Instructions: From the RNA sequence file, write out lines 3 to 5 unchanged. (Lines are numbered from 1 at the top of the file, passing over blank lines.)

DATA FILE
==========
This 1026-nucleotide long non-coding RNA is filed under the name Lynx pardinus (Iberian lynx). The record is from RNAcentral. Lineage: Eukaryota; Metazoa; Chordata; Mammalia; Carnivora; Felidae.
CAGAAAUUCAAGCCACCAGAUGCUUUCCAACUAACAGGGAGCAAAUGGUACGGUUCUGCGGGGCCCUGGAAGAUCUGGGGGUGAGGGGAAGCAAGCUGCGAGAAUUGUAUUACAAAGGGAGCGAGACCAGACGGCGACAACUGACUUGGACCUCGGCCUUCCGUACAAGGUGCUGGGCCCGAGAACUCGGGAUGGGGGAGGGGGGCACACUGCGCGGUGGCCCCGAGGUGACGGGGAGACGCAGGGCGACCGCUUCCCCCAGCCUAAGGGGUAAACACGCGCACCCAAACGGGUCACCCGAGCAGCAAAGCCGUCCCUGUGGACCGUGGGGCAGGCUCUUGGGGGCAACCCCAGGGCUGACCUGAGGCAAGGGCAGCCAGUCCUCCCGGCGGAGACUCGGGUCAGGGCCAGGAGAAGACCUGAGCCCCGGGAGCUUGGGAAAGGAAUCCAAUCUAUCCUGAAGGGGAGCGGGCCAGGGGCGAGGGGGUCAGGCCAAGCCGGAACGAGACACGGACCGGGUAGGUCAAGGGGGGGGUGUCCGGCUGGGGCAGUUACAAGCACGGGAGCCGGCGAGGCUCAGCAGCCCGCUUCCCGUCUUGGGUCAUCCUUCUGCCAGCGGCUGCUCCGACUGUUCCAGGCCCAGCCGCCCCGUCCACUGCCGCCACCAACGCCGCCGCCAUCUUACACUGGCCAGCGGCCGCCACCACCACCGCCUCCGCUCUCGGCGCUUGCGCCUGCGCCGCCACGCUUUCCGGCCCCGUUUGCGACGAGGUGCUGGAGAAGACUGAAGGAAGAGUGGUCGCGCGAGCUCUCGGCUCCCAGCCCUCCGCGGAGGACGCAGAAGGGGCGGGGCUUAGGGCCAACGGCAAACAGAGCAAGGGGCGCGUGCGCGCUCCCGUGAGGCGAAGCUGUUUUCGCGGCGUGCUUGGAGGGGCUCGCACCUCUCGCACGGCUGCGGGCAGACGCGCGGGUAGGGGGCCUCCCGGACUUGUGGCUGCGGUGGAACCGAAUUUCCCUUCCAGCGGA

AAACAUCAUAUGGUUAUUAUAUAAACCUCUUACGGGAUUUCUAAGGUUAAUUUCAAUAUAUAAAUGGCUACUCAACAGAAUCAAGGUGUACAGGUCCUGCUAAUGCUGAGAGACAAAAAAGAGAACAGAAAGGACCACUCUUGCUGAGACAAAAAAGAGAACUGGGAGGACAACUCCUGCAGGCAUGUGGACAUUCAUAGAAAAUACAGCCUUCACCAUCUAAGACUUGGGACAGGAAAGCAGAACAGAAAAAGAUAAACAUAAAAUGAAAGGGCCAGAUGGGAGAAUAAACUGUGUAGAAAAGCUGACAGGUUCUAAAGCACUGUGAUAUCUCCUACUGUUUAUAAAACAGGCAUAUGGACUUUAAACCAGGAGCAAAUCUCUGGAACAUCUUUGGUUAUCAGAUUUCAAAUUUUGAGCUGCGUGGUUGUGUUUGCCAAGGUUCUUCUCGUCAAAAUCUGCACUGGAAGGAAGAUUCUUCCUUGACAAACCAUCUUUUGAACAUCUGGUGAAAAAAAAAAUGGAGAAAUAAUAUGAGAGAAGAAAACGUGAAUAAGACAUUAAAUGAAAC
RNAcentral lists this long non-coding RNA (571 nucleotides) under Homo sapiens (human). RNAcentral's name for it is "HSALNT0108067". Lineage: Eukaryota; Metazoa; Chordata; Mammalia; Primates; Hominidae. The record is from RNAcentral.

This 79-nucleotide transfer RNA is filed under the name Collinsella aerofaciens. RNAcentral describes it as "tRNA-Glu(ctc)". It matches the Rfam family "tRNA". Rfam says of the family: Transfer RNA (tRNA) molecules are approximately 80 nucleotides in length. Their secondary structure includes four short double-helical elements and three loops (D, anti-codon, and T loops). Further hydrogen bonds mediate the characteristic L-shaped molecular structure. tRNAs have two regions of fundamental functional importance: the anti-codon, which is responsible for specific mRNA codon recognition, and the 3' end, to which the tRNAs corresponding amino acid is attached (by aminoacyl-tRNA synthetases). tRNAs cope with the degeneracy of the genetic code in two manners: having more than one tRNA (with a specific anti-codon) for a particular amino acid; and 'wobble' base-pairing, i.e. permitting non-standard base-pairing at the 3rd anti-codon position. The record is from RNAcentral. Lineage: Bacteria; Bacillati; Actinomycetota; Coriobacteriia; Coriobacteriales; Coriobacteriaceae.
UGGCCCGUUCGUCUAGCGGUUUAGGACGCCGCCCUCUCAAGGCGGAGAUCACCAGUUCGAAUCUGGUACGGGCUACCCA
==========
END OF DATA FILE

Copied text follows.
AAACAUCAUAUGGUUAUUAUAUAAACCUCUUACGGGAUUUCUAAGGUUAAUUUCAAUAUAUAAAUGGCUACUCAACAGAAUCAAGGUGUACAGGUCCUGCUAAUGCUGAGAGACAAAAAAGAGAACAGAAAGGACCACUCUUGCUGAGACAAAAAAGAGAACUGGGAGGACAACUCCUGCAGGCAUGUGGACAUUCAUAGAAAAUACAGCCUUCACCAUCUAAGACUUGGGACAGGAAAGCAGAACAGAAAAAGAUAAACAUAAAAUGAAAGGGCCAGAUGGGAGAAUAAACUGUGUAGAAAAGCUGACAGGUUCUAAAGCACUGUGAUAUCUCCUACUGUUUAUAAAACAGGCAUAUGGACUUUAAACCAGGAGCAAAUCUCUGGAACAUCUUUGGUUAUCAGAUUUCAAAUUUUGAGCUGCGUGGUUGUGUUUGCCAAGGUUCUUCUCGUCAAAAUCUGCACUGGAAGGAAGAUUCUUCCUUGACAAACCAUCUUUUGAACAUCUGGUGAAAAAAAAAAUGGAGAAAUAAUAUGAGAGAAGAAAACGUGAAUAAGACAUUAAAUGAAAC
RNAcentral lists this long non-coding RNA (571 nucleotides) under Homo sapiens (human). RNAcentral's name for it is "HSALNT0108067". Lineage: Eukaryota; Metazoa; Chordata; Mammalia; Primates; Hominidae. The record is from RNAcentral.

This 79-nucleotide transfer RNA is filed under the name Collinsella aerofaciens. RNAcentral describes it as "tRNA-Glu(ctc)". It matches the Rfam family "tRNA". Rfam says of the family: Transfer RNA (tRNA) molecules are approximately 80 nucleotides in length. Their secondary structure includes four short double-helical elements and three loops (D, anti-codon, and T loops). Further hydrogen bonds mediate the characteristic L-shaped molecular structure. tRNAs have two regions of fundamental functional importance: the anti-codon, which is responsible for specific mRNA codon recognition, and the 3' end, to which the tRNAs corresponding amino acid is attached (by aminoacyl-tRNA synthetases). tRNAs cope with the degeneracy of the genetic code in two manners: having more than one tRNA (with a specific anti-codon) for a particular amino acid; and 'wobble' base-pairing, i.e. permitting non-standard base-pairing at the 3rd anti-codon position. The record is from RNAcentral. Lineage: Bacteria; Bacillati; Actinomycetota; Coriobacteriia; Coriobacteriales; Coriobacteriaceae.